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Jordanian music collective finds its ‘happy’ sound

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House of Afandi founder Karam Risheg (left) and his partner Jakob Hidmi are seen in this undated photo. (Photo: George-N. Al Khouri)
AMMAN — Finding themselves in a music scene consisting mostly of what they describe as “commercial and dark music,” House of Afandi (HOF) strove to stand out as a local hub for disco, funk, house and jazz music.اضافة اعلان

Collaborating since 2019, the members that make up the collective are more than mere colleagues; they describe themselves as a family of nine: Karam Risheg, Jakob Hidmi, Oun Jweinat, Babers Abu Dayyeh, Faris Nazzal, Kareem Masri, Kareem Abulrub, Rami HR and Hamzeh Alsheikh.

The music collective turned record label was founded by Karam Risheg, a local DJ and music manager, who, after a decade in the industry, decided he wanted to do more than just DJ.

“I like the idea of an outcast. I didn’t want to be just a follower, which is what being a DJ here in Jordan seemed to me,” says Risheg.

Driven by rhythm and ambition, he played around with the idea until he found his sound, which would later become the defining sound of HOF.

“Unfortunately, we don’t have that much happy sounds in Jordan. Everything is either extremely commercial or extremely dark,” he told Jordan News in a recent interview.

Scrolling through Instagram, Risheg came across a video posted by Boiler Room for a French DJ called Folamour.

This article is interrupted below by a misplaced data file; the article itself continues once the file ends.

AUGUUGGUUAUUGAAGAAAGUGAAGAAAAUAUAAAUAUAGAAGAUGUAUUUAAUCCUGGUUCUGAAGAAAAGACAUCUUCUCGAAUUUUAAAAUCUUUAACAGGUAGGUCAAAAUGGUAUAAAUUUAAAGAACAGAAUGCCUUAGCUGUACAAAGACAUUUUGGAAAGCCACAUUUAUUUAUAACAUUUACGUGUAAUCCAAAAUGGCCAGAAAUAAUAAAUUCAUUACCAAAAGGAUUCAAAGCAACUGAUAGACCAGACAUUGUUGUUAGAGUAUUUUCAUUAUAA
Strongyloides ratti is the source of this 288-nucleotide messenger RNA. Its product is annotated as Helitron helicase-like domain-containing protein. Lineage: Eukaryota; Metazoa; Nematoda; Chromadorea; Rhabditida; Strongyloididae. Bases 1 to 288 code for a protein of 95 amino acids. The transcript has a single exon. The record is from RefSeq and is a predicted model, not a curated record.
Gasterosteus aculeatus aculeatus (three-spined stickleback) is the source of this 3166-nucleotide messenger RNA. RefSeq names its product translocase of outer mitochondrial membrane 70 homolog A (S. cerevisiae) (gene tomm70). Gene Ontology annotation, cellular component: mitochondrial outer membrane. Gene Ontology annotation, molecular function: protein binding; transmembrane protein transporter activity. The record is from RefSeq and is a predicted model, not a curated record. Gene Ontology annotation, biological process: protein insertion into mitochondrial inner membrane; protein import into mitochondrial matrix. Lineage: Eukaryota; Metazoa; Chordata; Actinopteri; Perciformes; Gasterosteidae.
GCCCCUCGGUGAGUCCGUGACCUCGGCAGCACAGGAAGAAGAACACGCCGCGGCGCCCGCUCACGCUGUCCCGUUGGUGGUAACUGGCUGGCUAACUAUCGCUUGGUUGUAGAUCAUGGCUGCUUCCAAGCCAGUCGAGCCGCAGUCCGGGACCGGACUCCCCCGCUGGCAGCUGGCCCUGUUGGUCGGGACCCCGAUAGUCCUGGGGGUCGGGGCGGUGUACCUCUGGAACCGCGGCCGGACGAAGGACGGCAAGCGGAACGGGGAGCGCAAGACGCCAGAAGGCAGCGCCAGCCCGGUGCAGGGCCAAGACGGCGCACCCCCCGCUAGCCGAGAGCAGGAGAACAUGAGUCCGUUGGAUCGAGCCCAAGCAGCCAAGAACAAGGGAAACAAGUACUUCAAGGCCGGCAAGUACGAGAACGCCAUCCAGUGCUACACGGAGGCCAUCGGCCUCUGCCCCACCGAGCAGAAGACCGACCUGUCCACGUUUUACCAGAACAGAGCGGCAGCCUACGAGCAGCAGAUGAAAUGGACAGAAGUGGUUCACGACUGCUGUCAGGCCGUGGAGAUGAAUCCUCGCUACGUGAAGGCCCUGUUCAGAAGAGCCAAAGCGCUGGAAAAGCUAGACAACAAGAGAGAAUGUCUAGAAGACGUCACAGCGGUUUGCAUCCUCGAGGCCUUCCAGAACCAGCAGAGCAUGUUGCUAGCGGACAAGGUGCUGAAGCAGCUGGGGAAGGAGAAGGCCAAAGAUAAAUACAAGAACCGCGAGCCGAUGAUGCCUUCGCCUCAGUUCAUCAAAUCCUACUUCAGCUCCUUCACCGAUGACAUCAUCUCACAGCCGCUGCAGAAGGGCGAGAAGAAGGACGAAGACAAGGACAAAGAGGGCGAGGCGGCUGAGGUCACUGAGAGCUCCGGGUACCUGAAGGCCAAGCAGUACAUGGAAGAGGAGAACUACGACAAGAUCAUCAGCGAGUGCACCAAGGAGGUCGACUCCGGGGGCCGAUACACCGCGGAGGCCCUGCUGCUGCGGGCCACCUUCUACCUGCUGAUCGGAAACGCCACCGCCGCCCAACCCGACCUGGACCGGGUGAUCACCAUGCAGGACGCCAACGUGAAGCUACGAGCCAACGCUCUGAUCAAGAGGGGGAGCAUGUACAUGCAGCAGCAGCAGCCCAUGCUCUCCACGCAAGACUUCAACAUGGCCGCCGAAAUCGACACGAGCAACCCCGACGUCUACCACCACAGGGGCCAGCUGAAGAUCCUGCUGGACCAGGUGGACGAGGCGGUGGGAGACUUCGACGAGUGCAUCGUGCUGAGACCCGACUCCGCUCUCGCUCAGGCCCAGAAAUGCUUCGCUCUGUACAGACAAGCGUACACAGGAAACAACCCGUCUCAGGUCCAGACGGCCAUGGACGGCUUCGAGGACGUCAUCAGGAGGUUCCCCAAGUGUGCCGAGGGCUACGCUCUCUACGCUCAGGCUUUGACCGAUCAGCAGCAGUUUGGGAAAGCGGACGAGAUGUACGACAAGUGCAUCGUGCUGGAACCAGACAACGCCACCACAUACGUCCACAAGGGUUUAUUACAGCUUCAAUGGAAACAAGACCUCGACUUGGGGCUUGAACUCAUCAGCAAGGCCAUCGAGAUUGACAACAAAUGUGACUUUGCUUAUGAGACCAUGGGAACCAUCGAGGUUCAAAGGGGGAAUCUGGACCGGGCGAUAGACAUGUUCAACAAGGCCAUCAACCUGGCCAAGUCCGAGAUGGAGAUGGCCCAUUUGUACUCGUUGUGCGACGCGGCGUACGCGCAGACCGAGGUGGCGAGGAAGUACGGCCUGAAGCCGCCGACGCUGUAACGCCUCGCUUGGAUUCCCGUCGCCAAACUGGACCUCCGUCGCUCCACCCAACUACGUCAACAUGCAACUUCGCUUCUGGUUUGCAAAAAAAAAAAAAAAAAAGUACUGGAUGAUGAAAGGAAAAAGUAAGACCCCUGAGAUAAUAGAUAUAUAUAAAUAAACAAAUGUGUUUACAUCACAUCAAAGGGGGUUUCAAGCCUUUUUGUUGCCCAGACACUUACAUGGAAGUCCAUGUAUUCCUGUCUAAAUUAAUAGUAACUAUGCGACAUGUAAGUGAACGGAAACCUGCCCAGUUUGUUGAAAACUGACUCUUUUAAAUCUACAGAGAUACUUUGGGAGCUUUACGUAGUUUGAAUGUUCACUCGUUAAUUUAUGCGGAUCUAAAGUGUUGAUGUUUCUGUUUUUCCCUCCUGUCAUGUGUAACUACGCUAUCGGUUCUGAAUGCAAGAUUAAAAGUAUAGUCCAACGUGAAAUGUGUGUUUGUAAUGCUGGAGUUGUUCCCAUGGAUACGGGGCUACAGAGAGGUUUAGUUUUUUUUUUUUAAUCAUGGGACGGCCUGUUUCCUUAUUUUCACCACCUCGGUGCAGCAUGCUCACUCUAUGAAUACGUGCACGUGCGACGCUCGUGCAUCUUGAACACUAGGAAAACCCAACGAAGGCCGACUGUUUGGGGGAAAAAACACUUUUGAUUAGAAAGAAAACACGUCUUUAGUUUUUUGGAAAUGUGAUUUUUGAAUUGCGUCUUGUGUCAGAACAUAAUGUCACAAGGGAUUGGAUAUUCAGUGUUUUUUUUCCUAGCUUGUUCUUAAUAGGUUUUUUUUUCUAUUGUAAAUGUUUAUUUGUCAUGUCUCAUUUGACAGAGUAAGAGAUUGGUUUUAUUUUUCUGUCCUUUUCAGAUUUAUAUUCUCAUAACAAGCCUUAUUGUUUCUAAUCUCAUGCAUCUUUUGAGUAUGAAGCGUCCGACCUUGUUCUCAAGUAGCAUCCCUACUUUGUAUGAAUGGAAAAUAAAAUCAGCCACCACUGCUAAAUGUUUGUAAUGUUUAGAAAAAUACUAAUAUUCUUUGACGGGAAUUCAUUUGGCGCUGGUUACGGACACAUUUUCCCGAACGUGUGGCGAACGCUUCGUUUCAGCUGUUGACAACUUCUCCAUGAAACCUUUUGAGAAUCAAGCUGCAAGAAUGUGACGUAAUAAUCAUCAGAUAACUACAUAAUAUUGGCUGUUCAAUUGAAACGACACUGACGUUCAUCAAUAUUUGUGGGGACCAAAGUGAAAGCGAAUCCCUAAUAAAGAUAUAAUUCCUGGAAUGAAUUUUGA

“They were saying that it was one of the greatest moments in Boiler Room history. He was playing Gimme! Gimme! Gimme! by Abba. And I just had to watch the entire set. I fell in love with it. I fell in love with his music. And I started listening more to disco, funk and house. And I was like: yes! This perfectly represents the sound that I’m going for. And I went ahead with it,” Risheg recalled.

As Risheg began experimenting with this new sound in different venues around Amman, he found that the audiences are responding well to, so he took it a step further and started HOF.

In less than two years, the collective built a network of musicians and a decent following.

According to the members, “little moments” are what makes HOF what it is, from group dinners to collaborative EP’s to dancing to Disco Arabesquo as he spins a disc with one hand and eats 'arayes' with the other.

“I think what really makes us different is that we are all in sync, but at the same time, everyone has their own thing,” Risheg said.

Despite the global COVID-19 pandemic, Risheg says HOF was still able to grow, as the crisis “brought the entire music industry together.”

“The goal was no longer money or fame; it was to feel less alone and to get through these times together,” according to the founder.

“We introduced a podcast and we started collaborating with artists such as Habibi Funk, Dar Disku, and DJ Seinfeld,” the musician told Jordan News.

“I would describe House of Afandi as more of a movement. Initially, the whole point was to create a safe space for everyone to just feel relaxed and express themselves. … We want to share these memories with everyone and we don’t have any rules,” Risheg said.

In the future, HOF plans to grow the collective and the label to shed light on other talents and sounds in the region.

“I believe in the music that’s coming out from the region and it deserves to be heard. We have sensational talents that aren’t getting the recognition that they deserve,” Risheg said.